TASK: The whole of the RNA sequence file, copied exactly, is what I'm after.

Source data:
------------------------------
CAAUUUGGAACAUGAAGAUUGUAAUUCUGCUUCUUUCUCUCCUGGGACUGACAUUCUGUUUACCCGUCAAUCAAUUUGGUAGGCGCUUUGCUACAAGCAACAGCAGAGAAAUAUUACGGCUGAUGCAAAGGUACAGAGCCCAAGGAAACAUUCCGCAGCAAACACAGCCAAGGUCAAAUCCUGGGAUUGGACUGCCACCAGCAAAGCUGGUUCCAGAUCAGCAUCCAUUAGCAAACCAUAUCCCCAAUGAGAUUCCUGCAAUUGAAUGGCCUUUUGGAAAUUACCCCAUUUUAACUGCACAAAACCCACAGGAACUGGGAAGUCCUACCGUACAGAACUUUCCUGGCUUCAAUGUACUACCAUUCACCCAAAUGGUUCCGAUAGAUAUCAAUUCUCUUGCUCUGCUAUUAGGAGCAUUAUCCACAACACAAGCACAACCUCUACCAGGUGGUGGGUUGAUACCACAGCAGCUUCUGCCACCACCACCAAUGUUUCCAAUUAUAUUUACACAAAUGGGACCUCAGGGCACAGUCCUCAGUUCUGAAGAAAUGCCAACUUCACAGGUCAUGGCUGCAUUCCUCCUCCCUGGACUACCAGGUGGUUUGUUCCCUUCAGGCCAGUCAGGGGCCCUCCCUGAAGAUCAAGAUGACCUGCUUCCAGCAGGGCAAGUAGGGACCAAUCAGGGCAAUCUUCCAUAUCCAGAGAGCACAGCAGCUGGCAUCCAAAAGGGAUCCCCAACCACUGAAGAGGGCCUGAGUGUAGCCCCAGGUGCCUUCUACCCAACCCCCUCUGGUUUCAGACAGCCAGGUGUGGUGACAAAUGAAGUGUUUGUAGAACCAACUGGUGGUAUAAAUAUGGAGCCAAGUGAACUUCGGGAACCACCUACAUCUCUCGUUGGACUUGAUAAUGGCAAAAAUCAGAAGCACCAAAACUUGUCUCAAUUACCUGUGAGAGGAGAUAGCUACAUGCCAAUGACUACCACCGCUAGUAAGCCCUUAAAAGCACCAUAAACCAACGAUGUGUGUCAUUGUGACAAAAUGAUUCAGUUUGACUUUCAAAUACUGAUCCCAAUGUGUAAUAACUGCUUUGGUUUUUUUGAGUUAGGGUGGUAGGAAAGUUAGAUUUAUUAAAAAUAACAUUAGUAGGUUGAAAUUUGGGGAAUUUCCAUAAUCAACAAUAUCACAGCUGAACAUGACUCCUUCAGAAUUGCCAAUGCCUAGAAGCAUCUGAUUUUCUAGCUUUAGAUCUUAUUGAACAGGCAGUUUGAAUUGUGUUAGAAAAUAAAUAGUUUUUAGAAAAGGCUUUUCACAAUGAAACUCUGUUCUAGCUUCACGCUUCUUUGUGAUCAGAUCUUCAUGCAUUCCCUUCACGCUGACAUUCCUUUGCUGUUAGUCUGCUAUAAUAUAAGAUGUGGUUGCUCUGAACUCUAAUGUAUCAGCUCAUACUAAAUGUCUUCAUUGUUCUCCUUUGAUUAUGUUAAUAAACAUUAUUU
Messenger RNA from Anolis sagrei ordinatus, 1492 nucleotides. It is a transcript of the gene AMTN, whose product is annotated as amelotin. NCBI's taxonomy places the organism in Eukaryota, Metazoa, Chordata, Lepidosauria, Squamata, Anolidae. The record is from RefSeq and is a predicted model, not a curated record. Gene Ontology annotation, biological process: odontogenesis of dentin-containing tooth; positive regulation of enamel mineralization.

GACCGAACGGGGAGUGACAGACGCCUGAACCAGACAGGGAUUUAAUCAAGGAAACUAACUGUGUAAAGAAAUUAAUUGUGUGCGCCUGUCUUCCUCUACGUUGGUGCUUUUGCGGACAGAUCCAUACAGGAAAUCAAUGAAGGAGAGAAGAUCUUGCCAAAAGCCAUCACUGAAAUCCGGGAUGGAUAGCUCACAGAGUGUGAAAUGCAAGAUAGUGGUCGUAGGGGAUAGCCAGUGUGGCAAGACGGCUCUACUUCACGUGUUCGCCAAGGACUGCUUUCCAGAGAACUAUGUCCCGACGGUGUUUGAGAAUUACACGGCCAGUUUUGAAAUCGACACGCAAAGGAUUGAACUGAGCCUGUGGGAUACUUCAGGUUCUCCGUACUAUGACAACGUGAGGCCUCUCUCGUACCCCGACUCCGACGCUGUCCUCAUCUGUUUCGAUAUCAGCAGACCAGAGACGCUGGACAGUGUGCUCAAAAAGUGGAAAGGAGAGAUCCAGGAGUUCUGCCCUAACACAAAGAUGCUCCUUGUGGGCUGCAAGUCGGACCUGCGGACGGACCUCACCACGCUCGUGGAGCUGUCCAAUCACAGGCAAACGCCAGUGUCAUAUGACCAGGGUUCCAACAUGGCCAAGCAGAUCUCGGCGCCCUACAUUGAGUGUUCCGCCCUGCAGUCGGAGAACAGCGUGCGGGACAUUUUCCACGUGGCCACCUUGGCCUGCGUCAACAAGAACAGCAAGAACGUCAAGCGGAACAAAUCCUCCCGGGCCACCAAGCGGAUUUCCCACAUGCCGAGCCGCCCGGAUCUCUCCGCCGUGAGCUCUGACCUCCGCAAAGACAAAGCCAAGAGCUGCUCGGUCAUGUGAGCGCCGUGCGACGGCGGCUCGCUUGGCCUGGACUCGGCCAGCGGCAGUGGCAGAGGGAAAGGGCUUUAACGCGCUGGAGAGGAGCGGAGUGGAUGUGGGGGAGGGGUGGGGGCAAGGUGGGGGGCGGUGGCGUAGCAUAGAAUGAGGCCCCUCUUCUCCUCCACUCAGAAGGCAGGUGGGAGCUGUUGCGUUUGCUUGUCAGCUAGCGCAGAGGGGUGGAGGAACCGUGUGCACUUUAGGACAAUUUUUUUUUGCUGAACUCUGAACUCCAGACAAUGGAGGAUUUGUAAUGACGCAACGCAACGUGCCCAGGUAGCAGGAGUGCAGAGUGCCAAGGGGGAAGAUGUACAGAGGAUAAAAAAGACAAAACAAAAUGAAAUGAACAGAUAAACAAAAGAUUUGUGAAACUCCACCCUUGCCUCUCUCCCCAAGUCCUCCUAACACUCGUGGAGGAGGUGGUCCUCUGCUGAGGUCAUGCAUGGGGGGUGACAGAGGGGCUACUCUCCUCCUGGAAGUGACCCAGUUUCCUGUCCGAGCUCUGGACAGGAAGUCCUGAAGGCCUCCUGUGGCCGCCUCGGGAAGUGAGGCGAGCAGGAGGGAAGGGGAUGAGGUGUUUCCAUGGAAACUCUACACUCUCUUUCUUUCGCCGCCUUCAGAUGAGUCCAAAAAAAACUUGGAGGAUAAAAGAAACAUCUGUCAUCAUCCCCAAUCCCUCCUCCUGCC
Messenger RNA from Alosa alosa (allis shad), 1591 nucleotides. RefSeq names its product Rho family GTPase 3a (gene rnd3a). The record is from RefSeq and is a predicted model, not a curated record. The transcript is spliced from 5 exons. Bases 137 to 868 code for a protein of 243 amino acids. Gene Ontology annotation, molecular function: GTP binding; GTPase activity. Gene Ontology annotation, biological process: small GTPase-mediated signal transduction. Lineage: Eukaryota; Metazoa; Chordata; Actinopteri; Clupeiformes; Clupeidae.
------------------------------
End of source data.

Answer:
CAAUUUGGAACAUGAAGAUUGUAAUUCUGCUUCUUUCUCUCCUGGGACUGACAUUCUGUUUACCCGUCAAUCAAUUUGGUAGGCGCUUUGCUACAAGCAACAGCAGAGAAAUAUUACGGCUGAUGCAAAGGUACAGAGCCCAAGGAAACAUUCCGCAGCAAACACAGCCAAGGUCAAAUCCUGGGAUUGGACUGCCACCAGCAAAGCUGGUUCCAGAUCAGCAUCCAUUAGCAAACCAUAUCCCCAAUGAGAUUCCUGCAAUUGAAUGGCCUUUUGGAAAUUACCCCAUUUUAACUGCACAAAACCCACAGGAACUGGGAAGUCCUACCGUACAGAACUUUCCUGGCUUCAAUGUACUACCAUUCACCCAAAUGGUUCCGAUAGAUAUCAAUUCUCUUGCUCUGCUAUUAGGAGCAUUAUCCACAACACAAGCACAACCUCUACCAGGUGGUGGGUUGAUACCACAGCAGCUUCUGCCACCACCACCAAUGUUUCCAAUUAUAUUUACACAAAUGGGACCUCAGGGCACAGUCCUCAGUUCUGAAGAAAUGCCAACUUCACAGGUCAUGGCUGCAUUCCUCCUCCCUGGACUACCAGGUGGUUUGUUCCCUUCAGGCCAGUCAGGGGCCCUCCCUGAAGAUCAAGAUGACCUGCUUCCAGCAGGGCAAGUAGGGACCAAUCAGGGCAAUCUUCCAUAUCCAGAGAGCACAGCAGCUGGCAUCCAAAAGGGAUCCCCAACCACUGAAGAGGGCCUGAGUGUAGCCCCAGGUGCCUUCUACCCAACCCCCUCUGGUUUCAGACAGCCAGGUGUGGUGACAAAUGAAGUGUUUGUAGAACCAACUGGUGGUAUAAAUAUGGAGCCAAGUGAACUUCGGGAACCACCUACAUCUCUCGUUGGACUUGAUAAUGGCAAAAAUCAGAAGCACCAAAACUUGUCUCAAUUACCUGUGAGAGGAGAUAGCUACAUGCCAAUGACUACCACCGCUAGUAAGCCCUUAAAAGCACCAUAAACCAACGAUGUGUGUCAUUGUGACAAAAUGAUUCAGUUUGACUUUCAAAUACUGAUCCCAAUGUGUAAUAACUGCUUUGGUUUUUUUGAGUUAGGGUGGUAGGAAAGUUAGAUUUAUUAAAAAUAACAUUAGUAGGUUGAAAUUUGGGGAAUUUCCAUAAUCAACAAUAUCACAGCUGAACAUGACUCCUUCAGAAUUGCCAAUGCCUAGAAGCAUCUGAUUUUCUAGCUUUAGAUCUUAUUGAACAGGCAGUUUGAAUUGUGUUAGAAAAUAAAUAGUUUUUAGAAAAGGCUUUUCACAAUGAAACUCUGUUCUAGCUUCACGCUUCUUUGUGAUCAGAUCUUCAUGCAUUCCCUUCACGCUGACAUUCCUUUGCUGUUAGUCUGCUAUAAUAUAAGAUGUGGUUGCUCUGAACUCUAAUGUAUCAGCUCAUACUAAAUGUCUUCAUUGUUCUCCUUUGAUUAUGUUAAUAAACAUUAUUU
Messenger RNA from Anolis sagrei ordinatus, 1492 nucleotides. It is a transcript of the gene AMTN, whose product is annotated as amelotin. NCBI's taxonomy places the organism in Eukaryota, Metazoa, Chordata, Lepidosauria, Squamata, Anolidae. The record is from RefSeq and is a predicted model, not a curated record. Gene Ontology annotation, biological process: odontogenesis of dentin-containing tooth; positive regulation of enamel mineralization.

GACCGAACGGGGAGUGACAGACGCCUGAACCAGACAGGGAUUUAAUCAAGGAAACUAACUGUGUAAAGAAAUUAAUUGUGUGCGCCUGUCUUCCUCUACGUUGGUGCUUUUGCGGACAGAUCCAUACAGGAAAUCAAUGAAGGAGAGAAGAUCUUGCCAAAAGCCAUCACUGAAAUCCGGGAUGGAUAGCUCACAGAGUGUGAAAUGCAAGAUAGUGGUCGUAGGGGAUAGCCAGUGUGGCAAGACGGCUCUACUUCACGUGUUCGCCAAGGACUGCUUUCCAGAGAACUAUGUCCCGACGGUGUUUGAGAAUUACACGGCCAGUUUUGAAAUCGACACGCAAAGGAUUGAACUGAGCCUGUGGGAUACUUCAGGUUCUCCGUACUAUGACAACGUGAGGCCUCUCUCGUACCCCGACUCCGACGCUGUCCUCAUCUGUUUCGAUAUCAGCAGACCAGAGACGCUGGACAGUGUGCUCAAAAAGUGGAAAGGAGAGAUCCAGGAGUUCUGCCCUAACACAAAGAUGCUCCUUGUGGGCUGCAAGUCGGACCUGCGGACGGACCUCACCACGCUCGUGGAGCUGUCCAAUCACAGGCAAACGCCAGUGUCAUAUGACCAGGGUUCCAACAUGGCCAAGCAGAUCUCGGCGCCCUACAUUGAGUGUUCCGCCCUGCAGUCGGAGAACAGCGUGCGGGACAUUUUCCACGUGGCCACCUUGGCCUGCGUCAACAAGAACAGCAAGAACGUCAAGCGGAACAAAUCCUCCCGGGCCACCAAGCGGAUUUCCCACAUGCCGAGCCGCCCGGAUCUCUCCGCCGUGAGCUCUGACCUCCGCAAAGACAAAGCCAAGAGCUGCUCGGUCAUGUGAGCGCCGUGCGACGGCGGCUCGCUUGGCCUGGACUCGGCCAGCGGCAGUGGCAGAGGGAAAGGGCUUUAACGCGCUGGAGAGGAGCGGAGUGGAUGUGGGGGAGGGGUGGGGGCAAGGUGGGGGGCGGUGGCGUAGCAUAGAAUGAGGCCCCUCUUCUCCUCCACUCAGAAGGCAGGUGGGAGCUGUUGCGUUUGCUUGUCAGCUAGCGCAGAGGGGUGGAGGAACCGUGUGCACUUUAGGACAAUUUUUUUUUGCUGAACUCUGAACUCCAGACAAUGGAGGAUUUGUAAUGACGCAACGCAACGUGCCCAGGUAGCAGGAGUGCAGAGUGCCAAGGGGGAAGAUGUACAGAGGAUAAAAAAGACAAAACAAAAUGAAAUGAACAGAUAAACAAAAGAUUUGUGAAACUCCACCCUUGCCUCUCUCCCCAAGUCCUCCUAACACUCGUGGAGGAGGUGGUCCUCUGCUGAGGUCAUGCAUGGGGGGUGACAGAGGGGCUACUCUCCUCCUGGAAGUGACCCAGUUUCCUGUCCGAGCUCUGGACAGGAAGUCCUGAAGGCCUCCUGUGGCCGCCUCGGGAAGUGAGGCGAGCAGGAGGGAAGGGGAUGAGGUGUUUCCAUGGAAACUCUACACUCUCUUUCUUUCGCCGCCUUCAGAUGAGUCCAAAAAAAACUUGGAGGAUAAAAGAAACAUCUGUCAUCAUCCCCAAUCCCUCCUCCUGCC
Messenger RNA from Alosa alosa (allis shad), 1591 nucleotides. RefSeq names its product Rho family GTPase 3a (gene rnd3a). The record is from RefSeq and is a predicted model, not a curated record. The transcript is spliced from 5 exons. Bases 137 to 868 code for a protein of 243 amino acids. Gene Ontology annotation, molecular function: GTP binding; GTPase activity. Gene Ontology annotation, biological process: small GTPase-mediated signal transduction. Lineage: Eukaryota; Metazoa; Chordata; Actinopteri; Clupeiformes; Clupeidae.